Monday, 18 February 2013

Boeremag defendants: leftovers of apartheid or freedom fighters?

Three heavly armed members of the South Africa Police Force stand outside the Pretoria High Court during the trial of activists of Boeremag group. Photo: EPA

The Boeremag trial currently underway in South Africa has seen new defendants standing in the dock. Judge Eben Jordaan has found that Boeremag activist Tom Forster played a leading role in a rightwing coup plot back in 2002. Another accused is Dirk Hanekom. South African media reports that in total about 20 men have been charged with treason, murder, attempted murder, and additional charges including sabotage, terrorism, manufacturing explosives, and the illegal possession of firearms.
On July 11, 1963, the white regime of South Africa arrested ten leaders of the African National Congress and accused them of 221 counts of sabotage and of conspiracy to overthrow the government. That trial took less than two years and was known as the Rivonia trial – after the suburb of Johannesburg where the revolutionaries were arrested. They were sentenced to different jail terms. The leader of the group was a lawyer named Nelson Mandela who later became the first president in post-apartheid South Africa and a symbol of freedom and democracy for many people in the West and in the Third World.
This group enjoyed international support from day one. Although Amnesty International refused to recognize them as prisoners of conscience because of the terrorist aspects of their activities, the defendants became freedom martyrs for many around the world, because they wanted to put an end to the apartheid regime.
Thirty nine years later a group of Afrikaner activists called theBoeremag, or “Boer Force”, was arrested for an alleged conspiracy to create a separate state for their nation after what they saw as a planned discrimination and violent abuse of the white population of South Africa, which included widespread murder, rape, and robbery. The charges against them related to their desire for an independent state, which was considered by the State Prosecution as an act of treason. There were four actions of sabotage on their side with an involvement of five out of twenty three defenders. The rest found themselves behind bars for discussing ways of creating a Boer national state on a relatively small territory in South Africa.
Although all aspects of the Rivonia trial were criticized by different human rights organizations, some basic rules of fair game were exercised there. The Boermag trial arouses many more questions, but human rights groups are totally silent. They are busy in harassing the government of Russia and criticizing Israeli military rule in Judea and Samaria instead.
This trial will also make the Guinness Book of Records. It has taken the system ten years to bring procedures to the final verdicts, which are now being read out in length over the course of several days. Almost all of the defenders have already spent ten years in prison awaiting their verdicts. There is no precedent in the world for such judicial misbehavior.
Unlike the Rivonia defendants, the Boeremag prisoners were tortured and abused. Wilhelm Pretorius, a theology student 25 years old at the moment of his arrest in late 2002, is one of the Boeremag accused. He compiled an affidavit wherein the circumstances of his arrest are outlined: He was tortured by policemen in the ANC service for hours on end. It included continuous beatings, strangling, and “tubing” – a method whereby the victim is pinned to the ground, face downwards, whilst he is suffocated by a flat tire-tube being pulled over his mouth and jerked upwards until, in some cases, the back is damaged or broken.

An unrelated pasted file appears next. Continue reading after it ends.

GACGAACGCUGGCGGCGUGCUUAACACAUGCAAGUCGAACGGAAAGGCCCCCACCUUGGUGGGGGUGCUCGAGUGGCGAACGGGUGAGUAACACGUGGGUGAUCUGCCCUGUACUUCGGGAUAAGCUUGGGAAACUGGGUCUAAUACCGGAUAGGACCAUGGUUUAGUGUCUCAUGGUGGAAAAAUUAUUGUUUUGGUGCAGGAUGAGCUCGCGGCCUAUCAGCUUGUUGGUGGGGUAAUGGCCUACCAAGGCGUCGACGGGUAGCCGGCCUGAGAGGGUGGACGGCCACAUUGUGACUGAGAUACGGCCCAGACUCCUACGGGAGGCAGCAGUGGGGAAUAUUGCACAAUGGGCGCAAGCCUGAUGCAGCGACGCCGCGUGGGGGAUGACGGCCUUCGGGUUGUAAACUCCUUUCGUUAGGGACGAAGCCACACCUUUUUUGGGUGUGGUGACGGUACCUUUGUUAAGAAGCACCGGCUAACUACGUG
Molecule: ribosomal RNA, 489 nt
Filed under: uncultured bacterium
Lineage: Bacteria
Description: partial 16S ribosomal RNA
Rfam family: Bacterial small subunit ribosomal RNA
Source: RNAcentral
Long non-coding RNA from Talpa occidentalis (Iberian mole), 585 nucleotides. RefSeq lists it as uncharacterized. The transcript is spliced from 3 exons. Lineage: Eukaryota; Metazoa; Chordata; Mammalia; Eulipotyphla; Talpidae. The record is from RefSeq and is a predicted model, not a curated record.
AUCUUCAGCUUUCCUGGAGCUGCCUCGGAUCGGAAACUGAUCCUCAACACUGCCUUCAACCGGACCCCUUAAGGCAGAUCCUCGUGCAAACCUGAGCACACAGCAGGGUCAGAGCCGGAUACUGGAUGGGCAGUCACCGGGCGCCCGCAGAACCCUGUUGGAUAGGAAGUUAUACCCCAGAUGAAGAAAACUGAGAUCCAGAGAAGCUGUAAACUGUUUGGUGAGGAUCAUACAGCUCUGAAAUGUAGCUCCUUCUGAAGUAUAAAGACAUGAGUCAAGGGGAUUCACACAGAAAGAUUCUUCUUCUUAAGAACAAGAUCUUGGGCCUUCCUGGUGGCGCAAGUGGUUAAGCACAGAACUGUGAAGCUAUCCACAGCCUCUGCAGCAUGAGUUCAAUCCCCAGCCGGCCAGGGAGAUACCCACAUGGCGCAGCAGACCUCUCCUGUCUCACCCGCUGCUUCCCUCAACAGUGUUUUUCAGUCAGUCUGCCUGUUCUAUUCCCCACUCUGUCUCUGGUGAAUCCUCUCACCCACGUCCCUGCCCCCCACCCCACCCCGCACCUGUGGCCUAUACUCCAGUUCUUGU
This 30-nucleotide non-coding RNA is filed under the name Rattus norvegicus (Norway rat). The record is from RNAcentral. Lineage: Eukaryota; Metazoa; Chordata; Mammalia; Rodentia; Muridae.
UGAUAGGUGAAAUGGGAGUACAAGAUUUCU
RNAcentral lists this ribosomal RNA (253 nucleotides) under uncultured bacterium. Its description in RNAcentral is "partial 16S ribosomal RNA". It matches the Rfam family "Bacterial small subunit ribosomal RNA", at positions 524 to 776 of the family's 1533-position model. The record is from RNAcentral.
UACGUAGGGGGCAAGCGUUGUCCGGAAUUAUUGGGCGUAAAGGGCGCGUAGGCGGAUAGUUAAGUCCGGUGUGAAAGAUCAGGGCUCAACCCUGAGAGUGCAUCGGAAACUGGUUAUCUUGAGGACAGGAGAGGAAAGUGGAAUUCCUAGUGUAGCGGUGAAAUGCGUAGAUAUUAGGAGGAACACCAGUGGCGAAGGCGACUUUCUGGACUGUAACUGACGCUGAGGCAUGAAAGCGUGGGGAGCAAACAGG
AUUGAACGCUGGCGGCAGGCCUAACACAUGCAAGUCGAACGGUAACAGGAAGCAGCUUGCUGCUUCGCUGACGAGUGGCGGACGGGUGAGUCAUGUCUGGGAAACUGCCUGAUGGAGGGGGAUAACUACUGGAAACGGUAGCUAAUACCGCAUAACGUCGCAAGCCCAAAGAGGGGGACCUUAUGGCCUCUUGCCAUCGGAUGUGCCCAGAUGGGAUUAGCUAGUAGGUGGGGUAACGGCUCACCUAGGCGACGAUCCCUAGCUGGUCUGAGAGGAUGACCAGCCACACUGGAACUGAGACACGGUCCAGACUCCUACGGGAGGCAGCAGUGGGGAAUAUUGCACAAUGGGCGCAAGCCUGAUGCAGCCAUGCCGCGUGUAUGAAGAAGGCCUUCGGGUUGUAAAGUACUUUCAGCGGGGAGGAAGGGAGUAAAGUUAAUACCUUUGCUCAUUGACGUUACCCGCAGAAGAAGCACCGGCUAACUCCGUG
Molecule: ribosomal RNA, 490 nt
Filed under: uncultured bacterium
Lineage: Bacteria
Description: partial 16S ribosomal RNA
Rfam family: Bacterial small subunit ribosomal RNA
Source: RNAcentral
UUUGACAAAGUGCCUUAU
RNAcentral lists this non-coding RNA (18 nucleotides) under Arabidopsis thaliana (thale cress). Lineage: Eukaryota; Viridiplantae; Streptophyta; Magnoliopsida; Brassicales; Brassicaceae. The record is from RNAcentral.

After the arrests, the suspects were put in overcrowded prisons in filthy conditions – sometimes even without water. In their cells, they were subjected to continuous high-volume sound pollution until some of them suffered permanent ear-damage. On the way from prison to court and back, the prisoners were transported handcuffed, jerked around in the back of police vans. In one instance, this resulted in a serious back injury.
More than half of them have been found guilty already and the defense lawyers are not optimistic regarding the rest. Adriaan Jacobus van Wyk, a war hero in the 1980s, was found guilty last week. He told his friends in the courtroom, that “the system had broken all the principles of justice. While tens of thousands of whites in South Africa are getting murdered and raped on daily basis on racial hatred grounds, the media had been continuously accusing us of being racists. Yes, we wanted to reinstate a Boer republic, but not an apartheid regime. Why do the people of Zimbabwe or Lesotho have a right to their state and the Afrikaners are denied this right? Here is the real racism.”
It will take up to two months before we will know how much time the Boer activists will spend in prison. It looks like all of them will be found guilty of treason. The attempt to convince the judge that no treason can be applied in their case, because there were gross violations of the Constitution on the part of the De Klerk government first, had totally failed.
The Rivonia trial had led to a wide international campaign which brought Nelson Mandela to the office of South African President. Could it be assumed that the Boeremag defendants will be the future leaders of an independent Afrikaner state? Or they will be forgotten by the world and by their own people?
When lawyer for the accused Boeremag Paul Kruger brought the aforementioned violations of human rights to the attention of Amnesty International in Amsterdam, he never even heard from them again. This is because, when the ANC came into power, it seems that the world got what it wanted. Today, no one is concerned anymore about the plight of ordinary South Africans – neither black nor white.

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